A few months after I released my first .NET open source project (a niche one targeting the Italian fintech world), I was contacted by a representative of Team Digitale, the digital innovation branch of the Italian Public Administration. He suggested joining the Developers Italia initiative and moving my project to the their organization on GitHub “to enjoy enhanced visibility and broaden the audience”. I politely refused. I did not doubt my counterpart’s good faith. At the same time, I was concerned about the possible long-term consequences of a seemingly easy move. Moving a GitHub project away from your profile or an organization you control means ceding control over it. I was assured I would keep control of the project. But what happens if sometime in the future, when people in charge might even have changed, they revoke my access rights? As long as I am involved with my project, I should be in control. Also, I was not convinced that the move would help promote the project. We live in the search-engine age; people search for solutions to their problems. I was, and still am, confident that if I did my due diligence and my project is any good, people will find it1.
Unfortunately, the worst-case scenario pictured above, or worse, appears to be happening these days, not to me, but to the many open-source maintainers who, in recent years, agreed to move their projects under the .NET Foundation umbrella. The drama is unfolding in these very same hours, and it is painful. On my Twitter feed, I first noticed Eric Sink’s note on the issue. The next day, a detailed article surfaces on The Register. Then, just yesterday, the Executive Director of the DNF posted an I am Sorry message on GitHub, which most maintainers consider disappointing, to say the least. Maintainers see the ownership of their projects being moved over to DNF. Some projects are transferred to GitHub Enterprise for no apparent reason. DNF Executive Director opened a Pull Request, which was closed by the maintainers and then reopened (twice!) by the Director (who also happens to be a former maintainer). You can get all the details at the links above. The I am Sorry thread is especially worth reading.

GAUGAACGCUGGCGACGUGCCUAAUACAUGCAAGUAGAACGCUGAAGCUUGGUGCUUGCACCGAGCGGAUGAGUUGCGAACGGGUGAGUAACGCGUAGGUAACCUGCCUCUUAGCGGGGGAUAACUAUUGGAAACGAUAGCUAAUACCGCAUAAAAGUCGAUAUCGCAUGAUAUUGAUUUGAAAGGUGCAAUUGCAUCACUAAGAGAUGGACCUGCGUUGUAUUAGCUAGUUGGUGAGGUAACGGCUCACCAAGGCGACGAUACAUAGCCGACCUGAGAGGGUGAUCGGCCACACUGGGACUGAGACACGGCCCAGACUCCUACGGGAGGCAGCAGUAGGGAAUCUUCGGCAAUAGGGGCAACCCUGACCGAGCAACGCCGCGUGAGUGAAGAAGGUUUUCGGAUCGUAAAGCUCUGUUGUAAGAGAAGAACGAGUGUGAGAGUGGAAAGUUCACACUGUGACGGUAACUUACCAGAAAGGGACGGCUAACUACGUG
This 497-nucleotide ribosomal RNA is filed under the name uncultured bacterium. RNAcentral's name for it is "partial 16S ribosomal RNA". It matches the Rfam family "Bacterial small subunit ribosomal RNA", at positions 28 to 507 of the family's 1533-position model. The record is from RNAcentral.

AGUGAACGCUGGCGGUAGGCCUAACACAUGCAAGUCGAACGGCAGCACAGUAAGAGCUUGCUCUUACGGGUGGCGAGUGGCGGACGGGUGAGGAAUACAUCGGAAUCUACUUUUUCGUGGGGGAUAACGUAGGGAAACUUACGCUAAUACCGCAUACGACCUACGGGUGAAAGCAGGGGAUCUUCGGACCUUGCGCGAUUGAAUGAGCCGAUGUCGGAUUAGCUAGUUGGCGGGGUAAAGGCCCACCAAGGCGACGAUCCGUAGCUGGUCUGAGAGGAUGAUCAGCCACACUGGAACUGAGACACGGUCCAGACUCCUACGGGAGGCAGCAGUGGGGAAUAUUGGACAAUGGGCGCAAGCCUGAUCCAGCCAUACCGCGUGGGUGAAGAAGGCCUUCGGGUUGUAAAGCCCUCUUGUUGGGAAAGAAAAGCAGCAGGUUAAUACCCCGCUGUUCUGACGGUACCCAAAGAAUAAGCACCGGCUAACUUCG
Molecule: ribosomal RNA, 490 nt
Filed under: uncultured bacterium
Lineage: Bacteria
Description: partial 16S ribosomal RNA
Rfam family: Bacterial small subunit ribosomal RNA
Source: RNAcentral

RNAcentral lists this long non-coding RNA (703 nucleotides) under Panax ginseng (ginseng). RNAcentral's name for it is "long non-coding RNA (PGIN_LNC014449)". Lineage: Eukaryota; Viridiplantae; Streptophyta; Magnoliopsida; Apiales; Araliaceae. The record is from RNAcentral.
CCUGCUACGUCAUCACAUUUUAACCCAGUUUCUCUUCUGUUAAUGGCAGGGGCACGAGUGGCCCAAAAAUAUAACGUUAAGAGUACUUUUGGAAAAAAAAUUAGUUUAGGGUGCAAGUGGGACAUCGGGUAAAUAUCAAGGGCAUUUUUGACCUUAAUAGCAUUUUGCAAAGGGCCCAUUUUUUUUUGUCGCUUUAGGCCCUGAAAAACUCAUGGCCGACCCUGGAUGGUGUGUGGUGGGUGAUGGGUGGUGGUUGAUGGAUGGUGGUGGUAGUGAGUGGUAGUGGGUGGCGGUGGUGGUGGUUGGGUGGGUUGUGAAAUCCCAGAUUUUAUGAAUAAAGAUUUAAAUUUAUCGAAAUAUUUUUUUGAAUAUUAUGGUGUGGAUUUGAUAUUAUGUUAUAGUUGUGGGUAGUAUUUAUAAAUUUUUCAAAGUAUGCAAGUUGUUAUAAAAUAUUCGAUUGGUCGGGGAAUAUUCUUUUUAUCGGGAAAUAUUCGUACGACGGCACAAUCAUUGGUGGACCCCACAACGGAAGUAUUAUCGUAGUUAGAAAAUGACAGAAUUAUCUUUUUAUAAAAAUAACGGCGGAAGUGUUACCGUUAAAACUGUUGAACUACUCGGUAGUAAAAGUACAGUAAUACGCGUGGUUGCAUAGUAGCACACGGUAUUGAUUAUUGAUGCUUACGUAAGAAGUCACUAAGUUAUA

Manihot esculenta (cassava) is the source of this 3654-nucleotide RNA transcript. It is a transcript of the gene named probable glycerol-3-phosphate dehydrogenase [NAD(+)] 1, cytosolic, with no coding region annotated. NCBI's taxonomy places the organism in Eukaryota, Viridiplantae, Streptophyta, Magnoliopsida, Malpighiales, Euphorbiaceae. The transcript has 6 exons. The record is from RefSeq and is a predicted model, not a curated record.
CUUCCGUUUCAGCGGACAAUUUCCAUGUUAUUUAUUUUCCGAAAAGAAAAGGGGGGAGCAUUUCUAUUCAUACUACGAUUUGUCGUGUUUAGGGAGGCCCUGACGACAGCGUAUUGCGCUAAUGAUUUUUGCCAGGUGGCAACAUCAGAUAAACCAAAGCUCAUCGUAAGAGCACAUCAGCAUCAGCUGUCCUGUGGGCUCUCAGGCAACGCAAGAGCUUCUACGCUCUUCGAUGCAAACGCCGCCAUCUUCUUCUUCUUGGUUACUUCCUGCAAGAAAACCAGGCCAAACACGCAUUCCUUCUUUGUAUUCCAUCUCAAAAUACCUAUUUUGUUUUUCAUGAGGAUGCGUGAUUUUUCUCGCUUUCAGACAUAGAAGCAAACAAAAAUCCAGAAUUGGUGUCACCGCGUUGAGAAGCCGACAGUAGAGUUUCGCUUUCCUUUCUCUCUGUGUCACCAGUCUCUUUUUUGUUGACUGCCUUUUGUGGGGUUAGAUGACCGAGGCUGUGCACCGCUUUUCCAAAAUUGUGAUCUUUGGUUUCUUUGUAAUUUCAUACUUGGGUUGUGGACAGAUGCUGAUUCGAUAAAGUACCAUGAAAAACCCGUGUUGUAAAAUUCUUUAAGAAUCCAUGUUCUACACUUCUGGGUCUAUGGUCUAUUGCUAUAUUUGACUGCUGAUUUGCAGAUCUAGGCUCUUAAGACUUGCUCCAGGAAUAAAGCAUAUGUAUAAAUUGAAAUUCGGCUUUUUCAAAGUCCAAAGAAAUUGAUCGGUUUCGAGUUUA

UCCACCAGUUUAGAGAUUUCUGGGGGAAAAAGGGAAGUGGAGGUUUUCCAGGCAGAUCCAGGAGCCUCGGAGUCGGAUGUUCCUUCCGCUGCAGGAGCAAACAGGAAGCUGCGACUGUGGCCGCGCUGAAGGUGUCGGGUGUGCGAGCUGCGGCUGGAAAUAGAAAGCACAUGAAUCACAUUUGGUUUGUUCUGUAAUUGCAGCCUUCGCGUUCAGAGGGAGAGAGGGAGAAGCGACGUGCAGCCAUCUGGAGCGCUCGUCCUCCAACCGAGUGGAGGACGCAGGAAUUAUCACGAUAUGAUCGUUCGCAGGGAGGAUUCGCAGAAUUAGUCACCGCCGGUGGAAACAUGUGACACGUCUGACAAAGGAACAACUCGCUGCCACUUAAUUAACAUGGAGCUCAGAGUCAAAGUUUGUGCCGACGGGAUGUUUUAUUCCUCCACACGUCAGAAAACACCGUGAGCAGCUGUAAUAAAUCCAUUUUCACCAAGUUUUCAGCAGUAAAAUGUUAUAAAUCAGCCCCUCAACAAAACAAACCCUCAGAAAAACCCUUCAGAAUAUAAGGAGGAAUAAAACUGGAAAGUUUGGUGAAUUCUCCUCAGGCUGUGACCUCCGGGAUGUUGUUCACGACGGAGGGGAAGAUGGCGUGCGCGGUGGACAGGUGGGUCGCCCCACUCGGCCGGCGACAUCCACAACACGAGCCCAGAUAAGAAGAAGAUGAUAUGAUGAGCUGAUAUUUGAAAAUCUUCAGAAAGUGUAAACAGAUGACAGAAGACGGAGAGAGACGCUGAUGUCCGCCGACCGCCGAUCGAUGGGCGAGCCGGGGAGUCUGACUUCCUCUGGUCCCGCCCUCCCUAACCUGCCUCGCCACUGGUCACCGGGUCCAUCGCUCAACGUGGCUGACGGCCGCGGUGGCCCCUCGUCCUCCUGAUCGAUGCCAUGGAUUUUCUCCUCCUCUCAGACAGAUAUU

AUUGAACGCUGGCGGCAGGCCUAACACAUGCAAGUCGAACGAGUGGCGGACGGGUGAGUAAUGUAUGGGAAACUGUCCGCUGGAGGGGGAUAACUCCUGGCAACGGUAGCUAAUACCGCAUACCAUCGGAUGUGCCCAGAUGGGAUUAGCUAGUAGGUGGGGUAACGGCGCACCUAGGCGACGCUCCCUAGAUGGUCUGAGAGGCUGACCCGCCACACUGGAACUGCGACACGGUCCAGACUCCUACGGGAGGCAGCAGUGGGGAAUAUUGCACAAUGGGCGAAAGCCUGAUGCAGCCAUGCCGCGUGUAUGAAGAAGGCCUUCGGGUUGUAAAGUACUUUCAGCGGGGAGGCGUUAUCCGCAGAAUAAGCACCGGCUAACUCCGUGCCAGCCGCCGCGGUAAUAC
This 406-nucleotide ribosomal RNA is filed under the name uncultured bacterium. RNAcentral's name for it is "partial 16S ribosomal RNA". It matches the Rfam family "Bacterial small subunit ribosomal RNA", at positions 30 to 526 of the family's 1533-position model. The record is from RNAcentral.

I think the foundation is well-intentioned. I question whether independent open-source projects should belong there, though—maybe very few major and commercially inclined ones. To offer legal protection, DNF needs some control over its projects, and that’s something not every maintainer is willing to give away. On the other hand, maintainers might have underestimated the consequences of moving their projects to DNF. I can feel their pain.
Overall, this is all concerning. As someone commented on Hacker News, with the .NET ecosystem, Microsoft has made so many surprisingly good moves in recent years that there is room for a couple of fuck-ups, but this is a big one. Besides, most maintainers involved in this drama are highly influential and very well respected individuals in the .NET world. The DNF needs to get its acts together and react immediately, at the risk of losing all of its credibility.
Update: Executive director has resigned. Updates from DNF are due as earsly as next week.
- One year later, someone from the same team got in touch and proposed the move again. I refused for the same reasons. The story is actually longer than that. A few months later, I was also invited to join Team Digitale. I even had a brief video call with their recruiter. I chukled when he realized I was a grey beard, not the typical just-out-of-college boy or girl they usually head-hunt. [return]